Two years after a man died of a heroin overdose in Jackson a woman is facing charges for his death and an officer is being recognized for the investigation that led to her arrest.
Sarah Valley, 41, is charged with criminally negligent homicide and delivery of a controlled substance after an investigation led police to conclude that she sold Wesley Kiggins the heroin that killed him.
Kiggins, 27, died Jan. 14, 2017, during a visit to Jackson. The former Jackson resident was fondly known as “Wootie” to family and friends.
Police were called that morning when Kiggins was found unresponsive at a house on Josephine Loop.
“While investigating the scene, law enforcement officers searched Kiggins’ coat pockets and discovered a cigarette box with a cellophane package on the side, which contained a small piece of suspected heroin, a lighter, spoon and syringe,” police wrote.
Police seized Kiggins’ phones and computer as evidence and searched them after obtaining a warrant.
Through electronic searches and the use of an informant, police identified Valley as Kiggins’ dealer.
Valley sold Kiggins heroin the day before he died, according to police.
Police cite text messages and surveillance footage as evidence of the drug deal they say happened in the parking lot of Smith’s Food and Drug.
A witness identified Valley as Kiggins’ “old dope dealer” in a photo lineup, police said.
Police attempted to interview Valley at her Alpine house in August 2018, they said.
“Valley stated she kind of remembered who Kiggins was and then informed agents she wanted to discontinue the conversation until she had an attorney present,” documents state.
Valley was arrested last October in relation to Kiggins’ death and was released on bond.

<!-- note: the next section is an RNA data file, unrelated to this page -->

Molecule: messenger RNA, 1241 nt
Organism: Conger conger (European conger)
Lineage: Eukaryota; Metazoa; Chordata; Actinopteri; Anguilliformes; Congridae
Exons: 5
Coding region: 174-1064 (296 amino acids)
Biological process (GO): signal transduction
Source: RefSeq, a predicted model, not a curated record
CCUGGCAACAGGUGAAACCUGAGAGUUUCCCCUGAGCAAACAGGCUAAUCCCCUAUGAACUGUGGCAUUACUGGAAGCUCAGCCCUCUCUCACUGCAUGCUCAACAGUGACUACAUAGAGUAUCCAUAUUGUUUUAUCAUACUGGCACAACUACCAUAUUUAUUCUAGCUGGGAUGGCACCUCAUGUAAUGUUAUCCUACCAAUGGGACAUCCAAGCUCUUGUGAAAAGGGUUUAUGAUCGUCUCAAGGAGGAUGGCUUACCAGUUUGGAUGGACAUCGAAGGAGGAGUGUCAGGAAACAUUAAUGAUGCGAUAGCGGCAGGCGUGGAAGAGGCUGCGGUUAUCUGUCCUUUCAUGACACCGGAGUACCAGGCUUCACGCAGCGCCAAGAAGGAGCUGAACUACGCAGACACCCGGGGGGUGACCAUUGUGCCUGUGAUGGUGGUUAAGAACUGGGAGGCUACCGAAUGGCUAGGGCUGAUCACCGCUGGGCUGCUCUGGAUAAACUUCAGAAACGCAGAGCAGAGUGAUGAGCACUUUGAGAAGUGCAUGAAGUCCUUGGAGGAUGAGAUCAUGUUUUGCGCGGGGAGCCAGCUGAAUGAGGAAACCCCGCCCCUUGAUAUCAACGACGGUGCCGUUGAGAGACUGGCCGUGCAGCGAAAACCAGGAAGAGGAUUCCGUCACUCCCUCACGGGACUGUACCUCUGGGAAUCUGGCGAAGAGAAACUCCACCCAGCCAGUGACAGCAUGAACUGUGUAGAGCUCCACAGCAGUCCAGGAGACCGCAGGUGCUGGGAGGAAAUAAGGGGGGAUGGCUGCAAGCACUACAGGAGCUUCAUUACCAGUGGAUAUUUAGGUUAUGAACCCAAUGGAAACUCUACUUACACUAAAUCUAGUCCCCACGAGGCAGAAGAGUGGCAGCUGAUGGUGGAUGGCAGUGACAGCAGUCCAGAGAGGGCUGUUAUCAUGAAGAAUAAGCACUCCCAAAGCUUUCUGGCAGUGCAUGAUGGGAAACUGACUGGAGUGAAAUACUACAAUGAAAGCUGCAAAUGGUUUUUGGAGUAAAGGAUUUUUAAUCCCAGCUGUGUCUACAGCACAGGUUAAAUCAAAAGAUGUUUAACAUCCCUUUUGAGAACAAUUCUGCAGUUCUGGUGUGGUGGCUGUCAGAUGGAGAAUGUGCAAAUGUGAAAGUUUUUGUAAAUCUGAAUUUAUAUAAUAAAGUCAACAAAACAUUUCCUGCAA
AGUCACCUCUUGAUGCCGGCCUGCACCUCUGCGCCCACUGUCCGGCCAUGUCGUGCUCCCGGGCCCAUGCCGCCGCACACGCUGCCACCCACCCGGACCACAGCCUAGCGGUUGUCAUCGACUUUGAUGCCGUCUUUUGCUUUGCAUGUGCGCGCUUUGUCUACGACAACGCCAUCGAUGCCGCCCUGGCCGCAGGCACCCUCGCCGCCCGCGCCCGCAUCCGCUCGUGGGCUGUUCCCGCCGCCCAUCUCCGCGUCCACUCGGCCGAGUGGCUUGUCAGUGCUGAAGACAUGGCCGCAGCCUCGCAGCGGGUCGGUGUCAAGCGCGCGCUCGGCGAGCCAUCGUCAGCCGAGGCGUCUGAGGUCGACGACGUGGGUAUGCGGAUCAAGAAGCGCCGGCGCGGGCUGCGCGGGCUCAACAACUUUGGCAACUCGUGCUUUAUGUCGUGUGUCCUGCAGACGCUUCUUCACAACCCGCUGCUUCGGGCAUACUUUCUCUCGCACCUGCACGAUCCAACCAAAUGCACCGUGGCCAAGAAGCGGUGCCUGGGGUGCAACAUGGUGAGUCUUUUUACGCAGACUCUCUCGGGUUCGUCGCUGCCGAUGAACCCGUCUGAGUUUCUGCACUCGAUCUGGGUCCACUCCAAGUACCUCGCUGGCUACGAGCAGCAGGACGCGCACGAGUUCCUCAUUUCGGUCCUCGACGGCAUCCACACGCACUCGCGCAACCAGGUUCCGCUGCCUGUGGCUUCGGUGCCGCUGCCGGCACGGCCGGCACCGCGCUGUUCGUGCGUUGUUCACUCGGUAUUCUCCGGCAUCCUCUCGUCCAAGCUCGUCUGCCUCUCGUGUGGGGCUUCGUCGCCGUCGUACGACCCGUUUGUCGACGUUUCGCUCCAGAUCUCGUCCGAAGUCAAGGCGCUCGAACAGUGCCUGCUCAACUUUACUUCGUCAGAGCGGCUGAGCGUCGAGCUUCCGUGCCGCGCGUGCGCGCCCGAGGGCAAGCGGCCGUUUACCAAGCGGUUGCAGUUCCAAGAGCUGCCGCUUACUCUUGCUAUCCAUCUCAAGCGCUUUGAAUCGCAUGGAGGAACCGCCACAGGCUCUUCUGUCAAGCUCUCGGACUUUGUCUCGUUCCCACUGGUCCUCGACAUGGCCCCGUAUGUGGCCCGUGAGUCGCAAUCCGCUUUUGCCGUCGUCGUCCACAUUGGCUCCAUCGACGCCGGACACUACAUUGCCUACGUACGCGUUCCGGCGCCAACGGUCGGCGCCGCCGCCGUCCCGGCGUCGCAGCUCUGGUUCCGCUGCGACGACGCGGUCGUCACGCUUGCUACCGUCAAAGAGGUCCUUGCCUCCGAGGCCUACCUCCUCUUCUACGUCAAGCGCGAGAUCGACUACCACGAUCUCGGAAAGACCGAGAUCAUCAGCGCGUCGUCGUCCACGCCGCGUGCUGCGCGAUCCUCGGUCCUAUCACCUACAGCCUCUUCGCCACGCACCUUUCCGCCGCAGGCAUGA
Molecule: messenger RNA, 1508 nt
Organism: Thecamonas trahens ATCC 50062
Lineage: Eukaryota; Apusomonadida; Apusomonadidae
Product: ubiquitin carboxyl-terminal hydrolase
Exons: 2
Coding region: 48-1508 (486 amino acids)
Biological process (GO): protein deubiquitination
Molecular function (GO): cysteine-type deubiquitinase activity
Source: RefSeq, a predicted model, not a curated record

Records show Valley was arrested in 2014 for DUI and being under the influence. Police said she violated her terms of probation in that case.
She is set to appear in Teton County Circuit Court next week for a preliminary hearing in the criminally negligent homicide case.
After Kiggins’ death Jackson Police Officer Phil Smith teamed with agents assigned to the Wyoming Division of Criminal Investigation to look into the case. The investigation spanned 10 months, and on Jan. 22 Smith was awarded the Medal of Merit for his efforts.
“It was exciting,” Smith told the News&Guide. “I just try to do the job and catch people doing bad things. Dealing heroin in our town is not a good thing. The award is an honor, that’s for sure.”
It’s only the 10th time in the 60 years of the Jackson Police Department that an officer has received the medal, Chief of Police Todd Smith said.
“He’s definitely deserving of this,” Chief Smith said.
Phillip Smith is in his fifth year as an officer at the police department, and in September he lost his home in the Roosevelt Fire.
“He endured a lot of personal strife,” Chief Smith said. “And he came to work every day and got it done for the community. We are lucky to have this guy.”
The last time a Jackson Police Department Medal of Merit was awarded was in 2005 for the investigation into a brutal Town Square rape.
The suspects in that case fled to Mexico, and investigating officers were able to obtain an international warrant to return the men to Jackson to face prosecution. All four officers involved were awarded the medal.
Smith said it’s important to hold drug dealers accountable, especially in a small town like Jackson.
“I think someone who buys heroin makes that choice, but the person selling heroin is providing it,” Smith said. “Heroin is illegal for a reason.”
The Medal of Merit is one of the highest commendations an officer can receive and is awarded by the chief of police when an officer shows outstanding performance and devotion to duty.
“Officer Smith spearheaded an extensive investigation taking over 10 months and gathered sufficient evidence to identify a suspect who had delivered the controlled substance to the deceased,” Mayor Pete Muldoon read during an award ceremony, “which resulted in the Wyoming Division of Criminal Investigation issuing a warrant for negligent homicide and the suspect being arrested. I commend Officer Phillip Smith for his significant contributions in keeping our community safe.”
— Cody Cottier contributed to this article.